Miami Herald, April 28, 2008: Seniors feel the pinch of rising food prices

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Over breakfast and Bingo there’s only one topic of conversation for Lucy Polito: the rising cost of food.

”Just to buy a lousy loaf of bread” is getting expensive, said the 93-year-old Southwest Ranches resident who depends on Social Security to get by. “Many of my meals need to come from that loaf because I can’t afford to buy other things I want.”

The United States is seeing the fastest run-up in food prices in almost two decades — and food costs in Florida are up 6 percent versus a year ago.

It’s those on a fixed income, like Polito, who are truly feeling the squeeze.

Fourteen percent of Broward County and Miami-Dade County residents are over 65. And according to the U.S. Census, 22 percent of Miami-Dade seniors and 11 percent of Broward seniors live below the poverty line.

But it’s not just those on the bottom rung who need help, said Marti Forman, executive director of the Cooperative Feeding Program in Broward, a food kitchen that hands out 560 hot meals a day.

”We have gone from feeding the poor to feeding the middle class,” she said. With each new rise in insurance and property taxes, Forman said she’s seen the ranks of elderly who visit her organization swell. Now, rising fuel and food prices are complicating matters.

”People are shifting the way they eat and how often they eat,” Forman said. “And it’s having the most disastrous impact on the kids, the elderly and the sick.”

Anyone who has filled their gas tank lately understands why food prices are rising. Skyrocketing fuel costs make it more expensive to produce and transport food.

And as energy costs soar, corn and soy growers are increasingly enticed into the biofuels market, which, in turn, pushes up the cost of those commodities. Poor weather also has ravaged crops in Europe and Australia.

All of this comes at a time when global demand for food is surging.

AgResource, a Chicago consultancy that analyzes commodities and livestock, expects to see overall food costs register ”low double-digit increases” over the next few years.

In particular, beef, pork and poultry prices could see a significant spike as feed prices soar.

”Cattle producers are losing money hand over feet right now, and ultimately many of them will be out of business,” said AgResource Senior Commodity Analyst Greg Wagner. “This is probably the lowest price of beef we will see in awhile.”

Credit Suisse Bank expects livestock prices to increase 14 to 15 percent over the next year.

Many staples are already seeing double-digit hikes. The price of bread has risen 16 percent since last year, and eggs are up 35 percent, according to the Bureau of Labor Statistics. The international price of rice has risen 50 percent in recent months, forcing wholesale outlets Costco and Sam’s Club to limit per-customer sales.

Kimberly Jaeger, manager of community relations for Miami’s 235 Publix grocery stores, said the chain is not facing any such rice pinch. However, the company is seeing customers starting to adapt to the new reality.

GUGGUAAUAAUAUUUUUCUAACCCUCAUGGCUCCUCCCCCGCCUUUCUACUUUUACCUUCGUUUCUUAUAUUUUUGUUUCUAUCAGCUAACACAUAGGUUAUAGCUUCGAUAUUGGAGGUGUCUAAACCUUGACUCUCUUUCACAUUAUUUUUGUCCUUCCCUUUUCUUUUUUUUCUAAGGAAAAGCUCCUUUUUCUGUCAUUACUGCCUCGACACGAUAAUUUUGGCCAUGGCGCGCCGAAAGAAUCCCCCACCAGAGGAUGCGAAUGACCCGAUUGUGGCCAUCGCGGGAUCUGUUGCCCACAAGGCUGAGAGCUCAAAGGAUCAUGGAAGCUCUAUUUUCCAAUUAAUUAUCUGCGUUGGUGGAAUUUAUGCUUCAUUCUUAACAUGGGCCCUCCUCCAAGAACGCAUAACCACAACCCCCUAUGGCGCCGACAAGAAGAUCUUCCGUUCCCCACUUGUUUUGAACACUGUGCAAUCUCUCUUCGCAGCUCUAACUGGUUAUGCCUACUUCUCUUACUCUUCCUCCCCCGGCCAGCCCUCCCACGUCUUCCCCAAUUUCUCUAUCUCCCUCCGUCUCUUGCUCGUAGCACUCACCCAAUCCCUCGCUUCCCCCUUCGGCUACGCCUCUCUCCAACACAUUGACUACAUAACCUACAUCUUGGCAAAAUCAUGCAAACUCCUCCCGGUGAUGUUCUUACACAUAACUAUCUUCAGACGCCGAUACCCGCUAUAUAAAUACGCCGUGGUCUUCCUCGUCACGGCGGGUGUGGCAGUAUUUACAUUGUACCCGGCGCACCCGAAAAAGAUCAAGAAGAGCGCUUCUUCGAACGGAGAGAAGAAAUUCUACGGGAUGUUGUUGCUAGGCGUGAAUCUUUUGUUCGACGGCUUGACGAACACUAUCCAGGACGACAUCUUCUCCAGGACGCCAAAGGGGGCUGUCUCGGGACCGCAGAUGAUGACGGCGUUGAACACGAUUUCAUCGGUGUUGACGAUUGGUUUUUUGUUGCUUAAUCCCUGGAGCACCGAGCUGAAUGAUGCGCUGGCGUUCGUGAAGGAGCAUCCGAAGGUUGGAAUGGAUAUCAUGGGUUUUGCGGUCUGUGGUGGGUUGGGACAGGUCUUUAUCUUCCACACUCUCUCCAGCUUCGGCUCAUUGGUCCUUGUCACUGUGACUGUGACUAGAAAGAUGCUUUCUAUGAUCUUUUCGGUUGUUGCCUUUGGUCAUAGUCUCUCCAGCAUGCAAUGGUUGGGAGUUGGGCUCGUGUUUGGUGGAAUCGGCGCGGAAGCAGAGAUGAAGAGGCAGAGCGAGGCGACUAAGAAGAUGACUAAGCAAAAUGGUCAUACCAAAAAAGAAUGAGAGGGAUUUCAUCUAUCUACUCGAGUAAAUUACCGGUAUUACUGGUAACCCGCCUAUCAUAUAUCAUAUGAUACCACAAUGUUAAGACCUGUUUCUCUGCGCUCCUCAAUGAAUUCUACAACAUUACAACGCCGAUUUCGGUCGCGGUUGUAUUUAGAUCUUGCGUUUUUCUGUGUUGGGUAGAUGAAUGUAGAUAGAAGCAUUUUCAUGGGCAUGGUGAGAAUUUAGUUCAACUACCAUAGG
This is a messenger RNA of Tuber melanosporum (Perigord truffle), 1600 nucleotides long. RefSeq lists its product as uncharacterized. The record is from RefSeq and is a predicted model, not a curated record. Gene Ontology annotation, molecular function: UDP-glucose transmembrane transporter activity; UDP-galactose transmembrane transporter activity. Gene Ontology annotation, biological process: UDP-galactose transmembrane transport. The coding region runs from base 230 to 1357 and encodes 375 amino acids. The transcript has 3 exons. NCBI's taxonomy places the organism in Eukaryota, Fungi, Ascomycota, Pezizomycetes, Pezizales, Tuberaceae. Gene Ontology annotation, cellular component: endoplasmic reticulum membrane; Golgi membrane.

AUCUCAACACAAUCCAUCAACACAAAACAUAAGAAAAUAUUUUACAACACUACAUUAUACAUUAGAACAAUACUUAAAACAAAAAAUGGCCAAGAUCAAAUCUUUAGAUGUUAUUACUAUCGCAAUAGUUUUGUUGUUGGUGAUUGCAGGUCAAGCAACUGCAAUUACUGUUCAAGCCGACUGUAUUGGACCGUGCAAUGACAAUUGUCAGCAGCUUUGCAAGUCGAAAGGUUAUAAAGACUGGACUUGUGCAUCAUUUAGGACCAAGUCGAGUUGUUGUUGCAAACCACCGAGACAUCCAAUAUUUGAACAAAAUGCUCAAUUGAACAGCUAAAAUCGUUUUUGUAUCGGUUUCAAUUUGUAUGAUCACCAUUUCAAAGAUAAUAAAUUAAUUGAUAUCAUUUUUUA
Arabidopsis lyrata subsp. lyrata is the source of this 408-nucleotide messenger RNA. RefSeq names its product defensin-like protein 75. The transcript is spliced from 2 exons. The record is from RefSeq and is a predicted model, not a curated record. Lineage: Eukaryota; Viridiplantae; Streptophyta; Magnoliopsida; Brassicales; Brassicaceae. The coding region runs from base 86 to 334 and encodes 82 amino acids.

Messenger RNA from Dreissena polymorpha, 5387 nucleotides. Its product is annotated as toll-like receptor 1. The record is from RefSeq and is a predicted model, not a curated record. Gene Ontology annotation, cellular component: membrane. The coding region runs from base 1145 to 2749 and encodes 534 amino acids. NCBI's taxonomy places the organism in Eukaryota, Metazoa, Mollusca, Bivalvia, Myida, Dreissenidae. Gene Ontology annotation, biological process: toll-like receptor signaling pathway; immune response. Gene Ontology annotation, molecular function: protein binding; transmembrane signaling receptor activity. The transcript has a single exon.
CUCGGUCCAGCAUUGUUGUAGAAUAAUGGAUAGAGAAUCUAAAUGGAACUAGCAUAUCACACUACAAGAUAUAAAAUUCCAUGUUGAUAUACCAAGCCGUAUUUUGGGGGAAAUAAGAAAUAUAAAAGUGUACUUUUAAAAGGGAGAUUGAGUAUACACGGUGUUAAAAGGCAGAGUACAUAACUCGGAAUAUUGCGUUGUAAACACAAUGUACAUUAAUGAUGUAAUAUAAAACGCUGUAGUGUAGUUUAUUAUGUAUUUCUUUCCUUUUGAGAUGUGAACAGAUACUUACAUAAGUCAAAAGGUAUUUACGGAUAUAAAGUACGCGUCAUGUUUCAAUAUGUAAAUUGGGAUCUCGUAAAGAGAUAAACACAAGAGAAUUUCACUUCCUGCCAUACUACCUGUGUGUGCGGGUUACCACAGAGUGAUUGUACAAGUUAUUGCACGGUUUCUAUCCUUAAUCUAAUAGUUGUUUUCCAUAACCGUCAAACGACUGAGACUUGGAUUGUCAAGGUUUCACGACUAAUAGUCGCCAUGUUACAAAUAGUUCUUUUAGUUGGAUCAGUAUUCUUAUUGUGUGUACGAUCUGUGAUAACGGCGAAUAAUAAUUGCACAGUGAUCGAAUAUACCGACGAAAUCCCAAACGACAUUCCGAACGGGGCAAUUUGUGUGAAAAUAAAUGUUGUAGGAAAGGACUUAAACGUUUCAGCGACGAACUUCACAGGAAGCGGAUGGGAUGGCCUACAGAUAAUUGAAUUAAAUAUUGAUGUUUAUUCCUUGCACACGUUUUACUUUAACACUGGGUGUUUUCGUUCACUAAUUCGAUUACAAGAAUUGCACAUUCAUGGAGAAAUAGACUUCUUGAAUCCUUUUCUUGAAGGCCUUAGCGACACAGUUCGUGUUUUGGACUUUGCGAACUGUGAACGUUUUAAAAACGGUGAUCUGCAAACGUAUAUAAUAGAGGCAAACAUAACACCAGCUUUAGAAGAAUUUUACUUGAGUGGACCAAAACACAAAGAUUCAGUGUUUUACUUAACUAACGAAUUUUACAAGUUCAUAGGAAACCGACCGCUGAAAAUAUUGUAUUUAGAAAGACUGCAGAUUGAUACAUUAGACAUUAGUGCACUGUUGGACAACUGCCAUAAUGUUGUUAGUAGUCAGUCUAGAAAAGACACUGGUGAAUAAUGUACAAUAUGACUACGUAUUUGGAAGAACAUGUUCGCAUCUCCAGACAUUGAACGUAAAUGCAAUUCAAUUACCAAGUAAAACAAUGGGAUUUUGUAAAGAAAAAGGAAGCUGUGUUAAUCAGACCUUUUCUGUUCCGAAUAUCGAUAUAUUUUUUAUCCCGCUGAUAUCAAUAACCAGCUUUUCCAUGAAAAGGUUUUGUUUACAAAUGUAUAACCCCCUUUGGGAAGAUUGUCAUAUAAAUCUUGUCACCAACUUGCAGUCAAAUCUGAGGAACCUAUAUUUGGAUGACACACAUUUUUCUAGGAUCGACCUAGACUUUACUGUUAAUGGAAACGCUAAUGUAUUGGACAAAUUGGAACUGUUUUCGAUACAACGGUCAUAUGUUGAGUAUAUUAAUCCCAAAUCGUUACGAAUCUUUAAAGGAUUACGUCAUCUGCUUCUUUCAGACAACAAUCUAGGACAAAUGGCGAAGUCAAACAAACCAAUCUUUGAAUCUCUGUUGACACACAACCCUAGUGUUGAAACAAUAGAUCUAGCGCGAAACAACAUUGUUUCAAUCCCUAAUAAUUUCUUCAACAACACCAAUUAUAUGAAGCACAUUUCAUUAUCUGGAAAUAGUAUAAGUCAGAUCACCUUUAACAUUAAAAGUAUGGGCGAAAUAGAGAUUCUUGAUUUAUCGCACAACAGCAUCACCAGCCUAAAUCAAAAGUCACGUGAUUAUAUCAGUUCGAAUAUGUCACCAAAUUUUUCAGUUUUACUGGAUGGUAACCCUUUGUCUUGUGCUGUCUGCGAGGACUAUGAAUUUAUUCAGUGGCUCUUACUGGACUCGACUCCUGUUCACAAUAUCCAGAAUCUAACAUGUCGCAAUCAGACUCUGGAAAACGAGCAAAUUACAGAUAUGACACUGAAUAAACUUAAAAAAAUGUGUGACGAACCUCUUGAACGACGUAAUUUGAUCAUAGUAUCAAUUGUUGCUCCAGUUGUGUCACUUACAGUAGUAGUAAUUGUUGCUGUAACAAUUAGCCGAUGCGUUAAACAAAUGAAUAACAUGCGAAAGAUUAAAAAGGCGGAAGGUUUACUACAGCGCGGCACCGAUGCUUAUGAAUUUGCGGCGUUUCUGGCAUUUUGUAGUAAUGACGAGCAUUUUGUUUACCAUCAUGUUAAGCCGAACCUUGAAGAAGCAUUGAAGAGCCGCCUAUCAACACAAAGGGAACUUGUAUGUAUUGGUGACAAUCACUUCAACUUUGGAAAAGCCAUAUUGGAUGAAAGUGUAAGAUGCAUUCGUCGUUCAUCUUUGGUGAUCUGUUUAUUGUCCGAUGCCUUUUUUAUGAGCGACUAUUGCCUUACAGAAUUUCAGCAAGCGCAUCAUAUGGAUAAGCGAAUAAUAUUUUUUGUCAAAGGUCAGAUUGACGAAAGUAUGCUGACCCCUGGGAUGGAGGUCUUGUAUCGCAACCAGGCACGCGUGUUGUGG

”We have noticed an increase in prices for items that involve commodities — flour, corn and baked goods,” she said. “And we are seeing people buying more private label brand products, because you can save 10 to 30 percent compared to national brands.”

Jos̩ Aguila, a South Beach resident and retiree, said he has quit buying fish and steak and instead limits himself to the basics such as soup, rice and beans.

”Everything is so expensive,” said Aguila as he grabbed a packet of Ramen noodles. “I only buy the bare necessities.”

Edith Lederberg is the executive director of the Aging and Disability Resource Center of Broward County — one of 11 agencies in Florida responsible for administering state and federal funds for senior programs.

During her 31 years with the organization, the outlook for the elderly has never been so grim, she said.

”A lot of seniors retired thinking they had enough money to live with dignity and didn’t have to worry about anything,” Lederberg said. “But the rising price of food — which is exacerbated by the cost of fuel — it’s like a domino effect, and many people are cutting back to two meals a day or are not eating appropriately.”

The price of wheat and some grains are already starting to come down, as farmers try to cash in on the market. But it’s unclear if the world can farm its way out of the problem, said Robert Moskow, an analyst with Credit Suisse bank in New York.

Global demand for food is increasing about 3 percent annually, while global crop yields are only increasing about 1 ½ percent, he said.

”I would say two-thirds of this [the price hike] is not going away quickly, because it’s related to emerging market demand,” he said. “As countries like China grow wealthier, they eat more meat and need grain to feed the livestock.”

Polito, the 93-year-old from Southwest Ranches, said she has stopped indulging in prepared foods and baked goods.

”I’m alone and thankfully I don’t need much,” said Polito, who cooks for herself to cut costs. “I feel bad for people with families. How do they do it?”

Miami Herald staff writers Daisey Harris, Andres Amerikaner, Patricia Mazzei, Scott Andron and Bridget Carey contributed to this report.

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